TV Advertising Auction Has Lots Of Interested Bidders, But Still No Sellers

from the slight-problem dept

There's obviously quite a bit of frustration on the part of advertisers about the way the TV ad market is run, as advertisers hesitate to commit much money to them without a better system of pricing and tracking. Now a group of advertisers (including Microsoft, Toyota and Wal-Mart) is teaming up to test an auction-based system for buying airtime, with eBay set to manage the auctions. There's just one problem: though the group is looking to launch in January, it hasn't identified a willing network to sell its ads this way. There may be a lot of interest in a better way to price airtime, but ultimately, it's up to the networks to decide when to price like this, and who they want to manage their auctions -- decisions they'll resist making for as long as possible if they see this leading to cheaper advertising. And while eBay may seem like a logical company to do this, Google wants to get in on it as well. Of course, the problem with TV advertising stems from the decline of its traditional model, so a better pricing system will only help so much.

Reader Comments (rss)

(Flattened / Threaded)

  1. icon
    mmrtnt (profile), Aug 4th, 2006 @ 10:13am

    Fave Term of the Week

    "Grumpifier Ray"



    reply to this | link to this | view in thread ]

  2. identicon
    Whatever he said, Aug 4th, 2006 @ 10:17am


    Talk about getting desperate, but I guess it will save them from paying sales reps.

    reply to this | link to this | view in thread ]

  3. identicon
    Bidder, Aug 4th, 2006 @ 11:41am

    I smell a new opportunity... eSnipe Corporate

    reply to this | link to this | view in thread ]

  4. identicon
    I wonder...., Aug 4th, 2006 @ 11:58am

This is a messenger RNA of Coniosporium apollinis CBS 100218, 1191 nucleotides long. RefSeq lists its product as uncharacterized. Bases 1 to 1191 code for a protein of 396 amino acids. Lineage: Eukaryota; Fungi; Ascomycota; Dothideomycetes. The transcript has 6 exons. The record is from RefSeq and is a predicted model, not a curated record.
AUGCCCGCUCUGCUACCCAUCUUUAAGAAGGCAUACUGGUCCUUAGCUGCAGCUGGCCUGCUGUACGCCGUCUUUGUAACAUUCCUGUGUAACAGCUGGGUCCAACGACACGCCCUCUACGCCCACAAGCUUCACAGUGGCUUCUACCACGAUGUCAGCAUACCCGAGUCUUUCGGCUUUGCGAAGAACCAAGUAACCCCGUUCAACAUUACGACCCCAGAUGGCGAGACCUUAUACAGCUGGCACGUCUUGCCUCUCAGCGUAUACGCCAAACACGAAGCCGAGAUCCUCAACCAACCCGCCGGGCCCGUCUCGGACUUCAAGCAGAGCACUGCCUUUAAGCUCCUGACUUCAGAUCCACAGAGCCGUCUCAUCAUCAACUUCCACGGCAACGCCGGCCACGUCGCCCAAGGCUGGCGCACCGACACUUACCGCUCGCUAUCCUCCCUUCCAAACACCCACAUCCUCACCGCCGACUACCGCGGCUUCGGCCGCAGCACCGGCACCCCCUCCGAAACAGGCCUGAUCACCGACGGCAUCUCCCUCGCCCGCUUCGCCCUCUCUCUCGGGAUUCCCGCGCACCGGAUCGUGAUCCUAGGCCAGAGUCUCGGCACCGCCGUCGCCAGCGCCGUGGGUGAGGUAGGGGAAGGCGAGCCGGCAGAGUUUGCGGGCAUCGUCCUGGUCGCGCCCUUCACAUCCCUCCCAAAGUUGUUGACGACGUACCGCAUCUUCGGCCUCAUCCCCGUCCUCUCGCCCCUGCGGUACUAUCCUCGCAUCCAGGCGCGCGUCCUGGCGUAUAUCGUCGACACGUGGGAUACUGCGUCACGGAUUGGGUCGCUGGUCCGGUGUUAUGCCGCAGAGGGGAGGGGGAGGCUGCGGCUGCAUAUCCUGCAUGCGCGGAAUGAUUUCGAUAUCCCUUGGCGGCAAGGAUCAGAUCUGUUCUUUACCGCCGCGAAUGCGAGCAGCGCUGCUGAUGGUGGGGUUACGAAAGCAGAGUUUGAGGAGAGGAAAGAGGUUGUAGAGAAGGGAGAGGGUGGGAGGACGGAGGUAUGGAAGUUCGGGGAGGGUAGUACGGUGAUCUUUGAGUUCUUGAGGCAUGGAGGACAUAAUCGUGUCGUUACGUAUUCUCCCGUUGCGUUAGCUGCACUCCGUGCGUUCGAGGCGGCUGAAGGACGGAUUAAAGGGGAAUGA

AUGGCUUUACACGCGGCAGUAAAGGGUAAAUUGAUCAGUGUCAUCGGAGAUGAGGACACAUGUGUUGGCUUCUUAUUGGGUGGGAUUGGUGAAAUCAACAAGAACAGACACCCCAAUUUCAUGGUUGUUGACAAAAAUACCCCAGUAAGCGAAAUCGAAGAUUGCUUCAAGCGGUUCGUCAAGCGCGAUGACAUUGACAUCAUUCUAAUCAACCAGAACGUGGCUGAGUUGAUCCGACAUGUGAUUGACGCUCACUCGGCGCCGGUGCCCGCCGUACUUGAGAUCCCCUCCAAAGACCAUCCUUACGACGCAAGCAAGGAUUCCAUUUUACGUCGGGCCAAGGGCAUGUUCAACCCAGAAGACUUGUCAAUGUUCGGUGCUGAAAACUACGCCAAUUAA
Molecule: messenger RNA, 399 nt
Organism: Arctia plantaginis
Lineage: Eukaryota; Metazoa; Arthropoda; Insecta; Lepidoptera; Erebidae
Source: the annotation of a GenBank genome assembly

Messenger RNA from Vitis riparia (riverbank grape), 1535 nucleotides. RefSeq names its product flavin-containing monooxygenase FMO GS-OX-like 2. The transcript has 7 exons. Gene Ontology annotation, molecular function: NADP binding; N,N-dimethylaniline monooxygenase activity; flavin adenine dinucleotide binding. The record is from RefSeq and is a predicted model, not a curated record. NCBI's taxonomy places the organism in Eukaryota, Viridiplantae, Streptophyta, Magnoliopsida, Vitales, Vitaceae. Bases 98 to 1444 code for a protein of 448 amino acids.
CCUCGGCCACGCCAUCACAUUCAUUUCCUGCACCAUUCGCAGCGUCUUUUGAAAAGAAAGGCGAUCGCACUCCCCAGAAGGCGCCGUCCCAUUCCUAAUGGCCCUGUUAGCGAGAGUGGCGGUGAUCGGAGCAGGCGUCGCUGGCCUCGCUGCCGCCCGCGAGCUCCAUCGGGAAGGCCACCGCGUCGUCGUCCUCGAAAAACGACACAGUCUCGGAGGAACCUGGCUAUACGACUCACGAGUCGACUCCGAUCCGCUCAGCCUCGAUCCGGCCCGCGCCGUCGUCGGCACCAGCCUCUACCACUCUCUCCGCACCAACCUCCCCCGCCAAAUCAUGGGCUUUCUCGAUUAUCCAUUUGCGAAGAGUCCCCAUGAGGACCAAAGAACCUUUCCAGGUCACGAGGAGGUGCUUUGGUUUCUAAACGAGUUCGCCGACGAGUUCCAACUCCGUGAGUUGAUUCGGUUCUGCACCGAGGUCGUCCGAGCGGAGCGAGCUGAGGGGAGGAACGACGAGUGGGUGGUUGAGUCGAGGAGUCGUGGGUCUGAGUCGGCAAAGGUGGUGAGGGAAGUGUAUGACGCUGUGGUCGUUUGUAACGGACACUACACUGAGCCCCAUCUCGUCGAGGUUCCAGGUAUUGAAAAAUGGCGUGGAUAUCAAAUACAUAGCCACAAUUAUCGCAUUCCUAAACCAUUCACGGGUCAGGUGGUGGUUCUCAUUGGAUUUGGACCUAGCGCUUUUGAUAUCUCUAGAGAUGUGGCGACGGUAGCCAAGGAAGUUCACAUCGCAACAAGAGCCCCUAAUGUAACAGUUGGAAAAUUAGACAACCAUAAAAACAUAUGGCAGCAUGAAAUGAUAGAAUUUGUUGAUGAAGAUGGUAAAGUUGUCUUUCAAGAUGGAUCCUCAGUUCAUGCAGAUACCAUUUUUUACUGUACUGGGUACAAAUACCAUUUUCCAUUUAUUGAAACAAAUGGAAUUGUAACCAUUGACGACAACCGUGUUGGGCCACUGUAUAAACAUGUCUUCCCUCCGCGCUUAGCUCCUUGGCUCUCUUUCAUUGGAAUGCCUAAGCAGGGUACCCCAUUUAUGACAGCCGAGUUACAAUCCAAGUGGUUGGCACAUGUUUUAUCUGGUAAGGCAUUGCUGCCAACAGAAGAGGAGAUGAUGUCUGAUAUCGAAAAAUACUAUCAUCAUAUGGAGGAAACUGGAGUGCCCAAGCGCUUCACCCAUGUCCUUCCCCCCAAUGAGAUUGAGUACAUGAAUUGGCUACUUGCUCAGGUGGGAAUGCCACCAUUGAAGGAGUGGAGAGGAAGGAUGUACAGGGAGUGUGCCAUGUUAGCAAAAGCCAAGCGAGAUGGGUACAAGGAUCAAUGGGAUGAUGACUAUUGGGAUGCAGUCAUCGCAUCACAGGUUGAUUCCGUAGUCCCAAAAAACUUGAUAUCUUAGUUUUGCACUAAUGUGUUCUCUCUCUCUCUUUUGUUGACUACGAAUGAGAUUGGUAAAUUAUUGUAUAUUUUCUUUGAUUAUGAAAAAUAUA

here's a thought

    Will they have BUY IT NOW 30 second spots? Or $0.01 plus $350,000 for 30 seconds at the superbowl??

    reply to this | link to this | view in thread ]

  5. identicon
    Matthew, Aug 4th, 2006 @ 12:06pm

    Re: Fave Term of the Week

    Wrong article.

    But back to topic, all the seller has to do is place large, out-of-touch-with-reality reserves on their air time and the whole thing will collapse, as Eddie Izzard puts it, like a flan in a cupboard.

    reply to this | link to this | view in thread ]

  6. identicon
    Ricky M., Aug 4th, 2006 @ 6:41pm

    Why don't they....

    have no actual commercials. Instead they could have the advertising at the bottom of the screen much like they are already doing.. You know when you are watching a program and a graphic (usually animated to get your attention) says "You're watching whatever... Next is another boring show" or whatever instead let advertisers buy this space. I bet you people would see it because they are not going to stop watching television and it would completely stop the TiVo crisis of people forwarding through the commercials. Strategically place them at points in a program you know someone doesnt want to miss. So long as they are not overly intrusive, it wouldnt bother me. No split screen stuff

    reply to this | link to this | view in thread ]

  7. identicon
    joe, Aug 4th, 2006 @ 8:37pm

    TV Ad Auction

    It will work like the old reselling long distance. These guys make bulk buys they can then resale.

    reply to this | link to this | view in thread ]

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